• In the computational arena, large numbers of unstable resources result in overall stability and impressive computational power. For example Skype is a threat to traditional phone companies, even though almost all its resources are "contributed" by the masses. Similarly the University of California, Berkeley’s SETI@home project ( has, at times, been rated the most powerful supercomputer in the world, even though it’s powered by "spare" computation from independent contributors; and
  • In the OSS arena, large numbers of independent developers working in parallel tend to provide multiple, often overlapping, solutions to a single problem, reducing the importance of the success of any particular solution or individual. The emerging trend is that unstable resources are increasingly accommodated and even embraced as part of the philosophy of building and running crowdsourced systems, even though unstable resources are viewed as anathema to successful projects.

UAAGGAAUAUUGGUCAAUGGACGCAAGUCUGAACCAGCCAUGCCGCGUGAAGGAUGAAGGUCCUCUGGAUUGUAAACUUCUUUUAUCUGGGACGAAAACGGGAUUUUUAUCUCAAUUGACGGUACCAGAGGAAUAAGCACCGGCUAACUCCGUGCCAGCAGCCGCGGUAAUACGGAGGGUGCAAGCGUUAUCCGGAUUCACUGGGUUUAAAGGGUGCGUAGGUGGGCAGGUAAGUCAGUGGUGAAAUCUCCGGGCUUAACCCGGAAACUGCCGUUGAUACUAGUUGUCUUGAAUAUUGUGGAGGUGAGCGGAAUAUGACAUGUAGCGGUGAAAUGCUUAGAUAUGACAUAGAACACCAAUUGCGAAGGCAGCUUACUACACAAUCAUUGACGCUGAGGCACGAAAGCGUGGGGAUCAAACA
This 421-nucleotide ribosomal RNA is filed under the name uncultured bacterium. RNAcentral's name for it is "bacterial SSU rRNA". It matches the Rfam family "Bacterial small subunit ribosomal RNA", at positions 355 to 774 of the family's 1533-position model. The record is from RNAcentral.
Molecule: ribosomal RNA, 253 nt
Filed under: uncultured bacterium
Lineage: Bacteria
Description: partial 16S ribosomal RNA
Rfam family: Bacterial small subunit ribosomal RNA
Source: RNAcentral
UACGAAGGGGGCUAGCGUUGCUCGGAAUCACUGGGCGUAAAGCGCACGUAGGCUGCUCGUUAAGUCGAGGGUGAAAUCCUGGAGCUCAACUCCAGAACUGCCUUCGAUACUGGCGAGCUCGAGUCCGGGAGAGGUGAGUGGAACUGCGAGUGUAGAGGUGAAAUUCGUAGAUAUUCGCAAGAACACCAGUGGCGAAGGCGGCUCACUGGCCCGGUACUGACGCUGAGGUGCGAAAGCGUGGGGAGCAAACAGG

Emergent behaviors. Large-scale systems—computational and biological—exhibit emergent behaviors, a characteristic noted in traffic patterns, epidemics, computer viruses, and systems of systems.10 Large-scale Web-based applications (such as Second Life, eBay, and MySpace) have certainly seen complex behaviors emerge that are beyond the vision and intent of their creators (such as the "tax revolt" in Second Life and a seller boycott on eBay). Super-linear growth in OSS projects—previously assumed to be impossible—appears to be an emergent behavior.14,21 Traditional systems have made deterministic behavior a goal. But systems on the Metropolis scale must abandon this assumption; once the crowds are invited in, determinism is lost.

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New Logic